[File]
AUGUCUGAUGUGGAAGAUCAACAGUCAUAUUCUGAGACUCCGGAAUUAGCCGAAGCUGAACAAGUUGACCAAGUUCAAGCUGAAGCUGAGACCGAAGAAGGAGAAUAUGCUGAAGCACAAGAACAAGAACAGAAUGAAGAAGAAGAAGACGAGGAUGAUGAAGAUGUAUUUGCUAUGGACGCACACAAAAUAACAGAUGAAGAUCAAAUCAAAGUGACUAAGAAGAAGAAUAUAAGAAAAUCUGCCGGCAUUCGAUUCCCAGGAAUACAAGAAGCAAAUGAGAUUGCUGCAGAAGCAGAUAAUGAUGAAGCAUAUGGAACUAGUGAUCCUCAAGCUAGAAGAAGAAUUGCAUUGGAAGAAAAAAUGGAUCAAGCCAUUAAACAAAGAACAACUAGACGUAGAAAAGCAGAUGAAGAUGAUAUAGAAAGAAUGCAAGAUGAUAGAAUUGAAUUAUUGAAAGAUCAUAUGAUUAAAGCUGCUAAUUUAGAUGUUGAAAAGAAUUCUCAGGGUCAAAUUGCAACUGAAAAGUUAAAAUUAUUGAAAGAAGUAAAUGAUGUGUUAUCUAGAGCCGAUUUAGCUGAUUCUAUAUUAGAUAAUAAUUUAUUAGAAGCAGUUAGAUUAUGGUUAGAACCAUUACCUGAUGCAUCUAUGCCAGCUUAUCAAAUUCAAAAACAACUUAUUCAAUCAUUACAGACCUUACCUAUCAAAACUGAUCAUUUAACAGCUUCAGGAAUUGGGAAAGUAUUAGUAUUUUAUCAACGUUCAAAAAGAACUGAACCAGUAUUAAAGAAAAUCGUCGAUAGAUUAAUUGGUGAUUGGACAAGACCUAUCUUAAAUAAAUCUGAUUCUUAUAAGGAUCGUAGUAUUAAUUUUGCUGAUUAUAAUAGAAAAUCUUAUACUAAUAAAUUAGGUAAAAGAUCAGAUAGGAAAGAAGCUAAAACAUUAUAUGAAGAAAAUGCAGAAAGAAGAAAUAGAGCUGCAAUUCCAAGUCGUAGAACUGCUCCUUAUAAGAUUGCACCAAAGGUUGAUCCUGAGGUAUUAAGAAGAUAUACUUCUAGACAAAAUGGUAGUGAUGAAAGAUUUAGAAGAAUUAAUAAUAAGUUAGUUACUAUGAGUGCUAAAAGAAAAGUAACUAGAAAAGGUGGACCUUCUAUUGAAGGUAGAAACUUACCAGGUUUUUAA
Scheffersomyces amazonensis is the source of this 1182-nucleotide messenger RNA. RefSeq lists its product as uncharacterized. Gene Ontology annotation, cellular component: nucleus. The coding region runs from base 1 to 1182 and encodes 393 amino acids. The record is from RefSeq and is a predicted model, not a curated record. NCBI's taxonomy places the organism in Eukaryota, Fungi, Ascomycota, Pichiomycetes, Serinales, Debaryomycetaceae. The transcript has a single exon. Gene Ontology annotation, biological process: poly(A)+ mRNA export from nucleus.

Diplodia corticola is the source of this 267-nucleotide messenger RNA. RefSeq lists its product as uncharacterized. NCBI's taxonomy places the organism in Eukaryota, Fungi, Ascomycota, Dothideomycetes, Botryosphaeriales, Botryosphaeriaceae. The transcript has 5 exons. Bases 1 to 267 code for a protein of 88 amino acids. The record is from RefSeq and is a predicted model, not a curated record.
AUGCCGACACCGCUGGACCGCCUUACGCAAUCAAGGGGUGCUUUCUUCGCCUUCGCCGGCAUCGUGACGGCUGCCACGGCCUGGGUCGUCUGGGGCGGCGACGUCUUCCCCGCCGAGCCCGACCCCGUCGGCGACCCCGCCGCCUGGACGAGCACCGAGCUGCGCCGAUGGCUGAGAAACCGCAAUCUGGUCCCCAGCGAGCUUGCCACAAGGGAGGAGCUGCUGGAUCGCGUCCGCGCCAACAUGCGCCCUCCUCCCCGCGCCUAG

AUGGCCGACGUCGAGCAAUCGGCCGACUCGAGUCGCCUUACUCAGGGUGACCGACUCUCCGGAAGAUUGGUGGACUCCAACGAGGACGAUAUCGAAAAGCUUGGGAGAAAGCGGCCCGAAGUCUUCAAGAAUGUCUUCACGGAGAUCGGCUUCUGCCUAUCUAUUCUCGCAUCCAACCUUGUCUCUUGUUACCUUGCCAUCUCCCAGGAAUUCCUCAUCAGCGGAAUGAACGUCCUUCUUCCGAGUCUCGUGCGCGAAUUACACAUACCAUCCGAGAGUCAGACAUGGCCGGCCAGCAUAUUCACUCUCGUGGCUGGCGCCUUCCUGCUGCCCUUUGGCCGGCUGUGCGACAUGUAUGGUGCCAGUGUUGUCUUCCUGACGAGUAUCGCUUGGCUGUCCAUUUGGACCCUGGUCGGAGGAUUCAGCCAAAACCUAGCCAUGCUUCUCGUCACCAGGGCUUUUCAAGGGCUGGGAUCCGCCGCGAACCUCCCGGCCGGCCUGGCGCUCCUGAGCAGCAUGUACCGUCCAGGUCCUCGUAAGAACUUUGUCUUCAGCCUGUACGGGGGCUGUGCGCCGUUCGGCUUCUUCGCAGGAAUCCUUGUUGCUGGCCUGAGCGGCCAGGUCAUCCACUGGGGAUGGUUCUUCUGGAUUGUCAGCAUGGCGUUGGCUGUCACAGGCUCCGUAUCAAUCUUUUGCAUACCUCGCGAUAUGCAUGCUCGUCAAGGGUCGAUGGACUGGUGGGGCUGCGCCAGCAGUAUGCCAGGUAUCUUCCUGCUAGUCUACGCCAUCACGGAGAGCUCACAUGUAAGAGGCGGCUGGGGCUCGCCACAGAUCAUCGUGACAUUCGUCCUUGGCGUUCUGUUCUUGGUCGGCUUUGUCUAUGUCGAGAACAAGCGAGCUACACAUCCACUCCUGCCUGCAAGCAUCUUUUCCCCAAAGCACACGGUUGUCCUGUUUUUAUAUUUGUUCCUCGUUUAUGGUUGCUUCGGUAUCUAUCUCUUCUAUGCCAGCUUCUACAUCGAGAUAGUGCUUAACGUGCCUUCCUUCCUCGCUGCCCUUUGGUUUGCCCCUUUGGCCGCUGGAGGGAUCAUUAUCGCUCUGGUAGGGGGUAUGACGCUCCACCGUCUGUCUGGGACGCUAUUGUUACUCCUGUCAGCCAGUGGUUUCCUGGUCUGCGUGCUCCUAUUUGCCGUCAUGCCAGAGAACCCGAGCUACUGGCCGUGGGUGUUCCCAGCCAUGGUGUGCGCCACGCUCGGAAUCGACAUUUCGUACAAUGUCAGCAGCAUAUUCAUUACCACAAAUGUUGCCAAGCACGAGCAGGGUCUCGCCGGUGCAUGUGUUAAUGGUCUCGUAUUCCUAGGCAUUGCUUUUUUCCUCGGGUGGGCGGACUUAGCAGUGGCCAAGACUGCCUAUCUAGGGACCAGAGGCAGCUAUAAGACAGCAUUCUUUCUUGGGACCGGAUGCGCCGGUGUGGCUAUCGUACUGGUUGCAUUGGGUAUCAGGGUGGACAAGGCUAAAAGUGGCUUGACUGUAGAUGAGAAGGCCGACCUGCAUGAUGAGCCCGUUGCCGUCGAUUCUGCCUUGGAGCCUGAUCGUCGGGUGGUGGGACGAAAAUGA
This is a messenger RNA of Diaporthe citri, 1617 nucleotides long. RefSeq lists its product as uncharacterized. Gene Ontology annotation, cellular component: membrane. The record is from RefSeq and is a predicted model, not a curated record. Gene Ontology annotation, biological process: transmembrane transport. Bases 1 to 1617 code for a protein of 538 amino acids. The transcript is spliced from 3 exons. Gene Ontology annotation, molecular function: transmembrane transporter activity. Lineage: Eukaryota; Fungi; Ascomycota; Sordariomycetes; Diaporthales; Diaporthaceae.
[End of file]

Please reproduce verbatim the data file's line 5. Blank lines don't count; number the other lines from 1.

AUGGCCGACGUCGAGCAAUCGGCCGACUCGAGUCGCCUUACUCAGGGUGACCGACUCUCCGGAAGAUUGGUGGACUCCAACGAGGACGAUAUCGAAAAGCUUGGGAGAAAGCGGCCCGAAGUCUUCAAGAAUGUCUUCACGGAGAUCGGCUUCUGCCUAUCUAUUCUCGCAUCCAACCUUGUCUCUUGUUACCUUGCCAUCUCCCAGGAAUUCCUCAUCAGCGGAAUGAACGUCCUUCUUCCGAGUCUCGUGCGCGAAUUACACAUACCAUCCGAGAGUCAGACAUGGCCGGCCAGCAUAUUCACUCUCGUGGCUGGCGCCUUCCUGCUGCCCUUUGGCCGGCUGUGCGACAUGUAUGGUGCCAGUGUUGUCUUCCUGACGAGUAUCGCUUGGCUGUCCAUUUGGACCCUGGUCGGAGGAUUCAGCCAAAACCUAGCCAUGCUUCUCGUCACCAGGGCUUUUCAAGGGCUGGGAUCCGCCGCGAACCUCCCGGCCGGCCUGGCGCUCCUGAGCAGCAUGUACCGUCCAGGUCCUCGUAAGAACUUUGUCUUCAGCCUGUACGGGGGCUGUGCGCCGUUCGGCUUCUUCGCAGGAAUCCUUGUUGCUGGCCUGAGCGGCCAGGUCAUCCACUGGGGAUGGUUCUUCUGGAUUGUCAGCAUGGCGUUGGCUGUCACAGGCUCCGUAUCAAUCUUUUGCAUACCUCGCGAUAUGCAUGCUCGUCAAGGGUCGAUGGACUGGUGGGGCUGCGCCAGCAGUAUGCCAGGUAUCUUCCUGCUAGUCUACGCCAUCACGGAGAGCUCACAUGUAAGAGGCGGCUGGGGCUCGCCACAGAUCAUCGUGACAUUCGUCCUUGGCGUUCUGUUCUUGGUCGGCUUUGUCUAUGUCGAGAACAAGCGAGCUACACAUCCACUCCUGCCUGCAAGCAUCUUUUCCCCAAAGCACACGGUUGUCCUGUUUUUAUAUUUGUUCCUCGUUUAUGGUUGCUUCGGUAUCUAUCUCUUCUAUGCCAGCUUCUACAUCGAGAUAGUGCUUAACGUGCCUUCCUUCCUCGCUGCCCUUUGGUUUGCCCCUUUGGCCGCUGGAGGGAUCAUUAUCGCUCUGGUAGGGGGUAUGACGCUCCACCGUCUGUCUGGGACGCUAUUGUUACUCCUGUCAGCCAGUGGUUUCCUGGUCUGCGUGCUCCUAUUUGCCGUCAUGCCAGAGAACCCGAGCUACUGGCCGUGGGUGUUCCCAGCCAUGGUGUGCGCCACGCUCGGAAUCGACAUUUCGUACAAUGUCAGCAGCAUAUUCAUUACCACAAAUGUUGCCAAGCACGAGCAGGGUCUCGCCGGUGCAUGUGUUAAUGGUCUCGUAUUCCUAGGCAUUGCUUUUUUCCUCGGGUGGGCGGACUUAGCAGUGGCCAAGACUGCCUAUCUAGGGACCAGAGGCAGCUAUAAGACAGCAUUCUUUCUUGGGACCGGAUGCGCCGGUGUGGCUAUCGUACUGGUUGCAUUGGGUAUCAGGGUGGACAAGGCUAAAAGUGGCUUGACUGUAGAUGAGAAGGCCGACCUGCAUGAUGAGCCCGUUGCCGUCGAUUCUGCCUUGGAGCCUGAUCGUCGGGUGGUGGGACGAAAAUGA